Beware of concepts that seem, superficially, to have political endorsement from across the political spectrum. There will invariably be something about that concept that is slippery, hard to pin down and, consequentially open to misinterpretation.
A few years ago, the cry went up for ‘community'. The word become the subject of endless seminars and think-tank reports, was talked about with erudition by Etzioni and Puttnam, was deemed to be the Holy Grail for society, and specifically, and as an objective behind various regeneration schemes (‘New Deal for Communities'). And then it vanished!
Where, today, is the rigorous new thinking, the… » Read more
Rivalry between schools can be unhealthy and nostalgia for grammars misplaced.
The architecture of education in my corner of inner London has been utterly transformed in recent years. Three new Academies are now up and running. Another school has just been selected for re-building as part of an extended school pilot, which will see primary and secondary education, health and child care integrated in one site. St George's school, which some time ago achieved notoriety as the place where head-teacher Philip Lawrence was murdered, is now praised for its achievements. Gateway primary, which draws its pupils from one of… » Read more
The scale of change and improvement in the local education system has been so profound that many people have forgotten the position we were in a decade ago.
This was the task list in the late 1990s: create 3 new Academy schools to replace the faltering North Westminster Community School, in what was without doubt the most complex and challenging secondary school re-development project in Britain (close a large school scattered across three sites, and with all the children still in place, re-open as three new schools in new buildings); launch a £150 million renovation and rebuild scheme for many… » Read more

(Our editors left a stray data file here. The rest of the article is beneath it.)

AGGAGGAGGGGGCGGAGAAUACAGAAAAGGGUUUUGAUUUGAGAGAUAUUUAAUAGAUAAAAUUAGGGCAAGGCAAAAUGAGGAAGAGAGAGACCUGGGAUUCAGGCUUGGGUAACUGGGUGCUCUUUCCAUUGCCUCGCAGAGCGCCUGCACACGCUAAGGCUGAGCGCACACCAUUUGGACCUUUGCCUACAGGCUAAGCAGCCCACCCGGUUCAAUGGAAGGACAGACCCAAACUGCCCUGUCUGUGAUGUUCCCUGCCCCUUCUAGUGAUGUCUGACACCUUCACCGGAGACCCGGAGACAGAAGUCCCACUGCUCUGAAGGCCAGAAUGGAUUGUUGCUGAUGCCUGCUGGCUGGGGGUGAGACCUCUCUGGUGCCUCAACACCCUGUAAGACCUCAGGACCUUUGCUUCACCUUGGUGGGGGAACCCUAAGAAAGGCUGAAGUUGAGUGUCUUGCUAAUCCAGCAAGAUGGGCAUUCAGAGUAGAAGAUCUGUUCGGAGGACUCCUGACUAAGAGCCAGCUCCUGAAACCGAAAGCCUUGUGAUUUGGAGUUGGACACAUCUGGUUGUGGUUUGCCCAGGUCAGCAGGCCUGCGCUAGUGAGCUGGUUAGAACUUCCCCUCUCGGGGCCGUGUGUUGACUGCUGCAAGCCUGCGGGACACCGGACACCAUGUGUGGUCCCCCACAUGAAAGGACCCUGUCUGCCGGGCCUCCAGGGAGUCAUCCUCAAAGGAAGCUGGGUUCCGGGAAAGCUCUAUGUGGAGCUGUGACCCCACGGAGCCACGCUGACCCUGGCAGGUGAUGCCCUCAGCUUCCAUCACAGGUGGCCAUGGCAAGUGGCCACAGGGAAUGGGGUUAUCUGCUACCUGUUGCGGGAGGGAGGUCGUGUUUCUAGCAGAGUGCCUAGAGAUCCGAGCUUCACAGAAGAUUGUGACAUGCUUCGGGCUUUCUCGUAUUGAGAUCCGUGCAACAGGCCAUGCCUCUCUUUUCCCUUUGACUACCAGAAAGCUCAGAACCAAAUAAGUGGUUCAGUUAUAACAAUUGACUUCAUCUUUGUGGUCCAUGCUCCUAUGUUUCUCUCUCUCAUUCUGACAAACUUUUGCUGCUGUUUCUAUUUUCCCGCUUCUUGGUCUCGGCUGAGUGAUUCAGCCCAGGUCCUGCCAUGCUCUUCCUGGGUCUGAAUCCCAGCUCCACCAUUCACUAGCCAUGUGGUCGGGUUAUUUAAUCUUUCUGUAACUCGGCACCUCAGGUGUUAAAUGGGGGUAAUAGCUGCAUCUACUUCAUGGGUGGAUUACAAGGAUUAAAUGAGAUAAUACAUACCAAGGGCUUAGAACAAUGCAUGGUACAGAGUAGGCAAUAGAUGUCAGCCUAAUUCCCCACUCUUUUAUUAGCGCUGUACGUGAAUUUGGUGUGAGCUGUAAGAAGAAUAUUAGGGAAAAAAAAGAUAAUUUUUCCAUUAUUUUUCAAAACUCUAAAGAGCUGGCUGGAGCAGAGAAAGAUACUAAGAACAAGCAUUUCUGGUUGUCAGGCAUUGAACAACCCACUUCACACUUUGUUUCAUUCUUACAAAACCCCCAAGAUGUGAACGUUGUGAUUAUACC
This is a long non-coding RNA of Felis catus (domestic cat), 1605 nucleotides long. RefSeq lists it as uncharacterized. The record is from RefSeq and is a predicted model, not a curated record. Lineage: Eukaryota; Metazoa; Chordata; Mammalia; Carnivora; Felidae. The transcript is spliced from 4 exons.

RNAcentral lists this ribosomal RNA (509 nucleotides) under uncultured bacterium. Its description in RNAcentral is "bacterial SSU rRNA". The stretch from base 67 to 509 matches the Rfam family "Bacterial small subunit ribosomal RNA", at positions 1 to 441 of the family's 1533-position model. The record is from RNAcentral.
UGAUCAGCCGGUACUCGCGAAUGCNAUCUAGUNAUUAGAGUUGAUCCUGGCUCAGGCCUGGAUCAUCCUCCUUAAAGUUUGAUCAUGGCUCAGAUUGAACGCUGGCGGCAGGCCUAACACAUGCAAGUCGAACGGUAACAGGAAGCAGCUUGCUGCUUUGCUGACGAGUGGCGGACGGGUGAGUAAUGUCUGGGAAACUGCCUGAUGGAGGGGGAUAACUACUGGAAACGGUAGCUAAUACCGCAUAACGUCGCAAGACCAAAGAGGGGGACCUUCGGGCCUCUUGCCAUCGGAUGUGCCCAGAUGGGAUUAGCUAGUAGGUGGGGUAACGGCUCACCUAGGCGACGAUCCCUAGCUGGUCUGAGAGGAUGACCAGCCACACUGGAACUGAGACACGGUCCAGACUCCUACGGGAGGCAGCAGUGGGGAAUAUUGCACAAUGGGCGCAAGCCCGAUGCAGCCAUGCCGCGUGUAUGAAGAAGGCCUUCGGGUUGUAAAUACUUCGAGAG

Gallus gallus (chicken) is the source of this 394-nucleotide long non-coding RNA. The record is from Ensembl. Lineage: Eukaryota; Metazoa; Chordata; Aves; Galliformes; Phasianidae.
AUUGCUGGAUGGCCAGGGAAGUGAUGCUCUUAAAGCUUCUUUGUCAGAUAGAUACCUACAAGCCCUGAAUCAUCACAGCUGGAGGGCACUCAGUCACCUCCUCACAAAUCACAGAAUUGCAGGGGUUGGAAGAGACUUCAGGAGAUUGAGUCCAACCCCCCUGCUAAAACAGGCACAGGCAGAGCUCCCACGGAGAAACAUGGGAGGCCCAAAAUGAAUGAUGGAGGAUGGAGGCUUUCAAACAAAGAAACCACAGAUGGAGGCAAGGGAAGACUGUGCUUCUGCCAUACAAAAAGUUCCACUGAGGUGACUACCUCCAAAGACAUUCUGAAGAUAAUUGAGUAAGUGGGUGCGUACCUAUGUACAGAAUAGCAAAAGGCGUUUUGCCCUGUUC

When the Chief Executive of Goldman Sachs says that public anger about banker's bonuses is both ‘understandable and appropriate', it is time to listen. When he argues, as he did in a major speech to a banking conference in Frankfurt last week, that some of the means by which the financial services sector made money are ‘socially useless', it is time to act.
No-one but a fool would argue that banking, insurance and financial services are unnecessary. As we have discovered to our cost in the last two years, when credit dries up, business and industry suffer, jobs are lost,… » Read more
Unglamorous. Little loved. A workhorse of the benefit system. Housing Benefit gets little attention, even with a price tag of £18 billion a year. Receive it- as 4.4 million people do- and you may find yourself locked into the kind of complexity that gives means-testing its bad name, since almost every change in earnings requires a recalculation of entitlement. Do without housing subsidy, and both poverty and homelessness would soar. Seek to change it, as the government are, and one wrong move could be calamitous (no less a man than Beveridge, architect of the post-war welfare settlement, put off reform… » Read more
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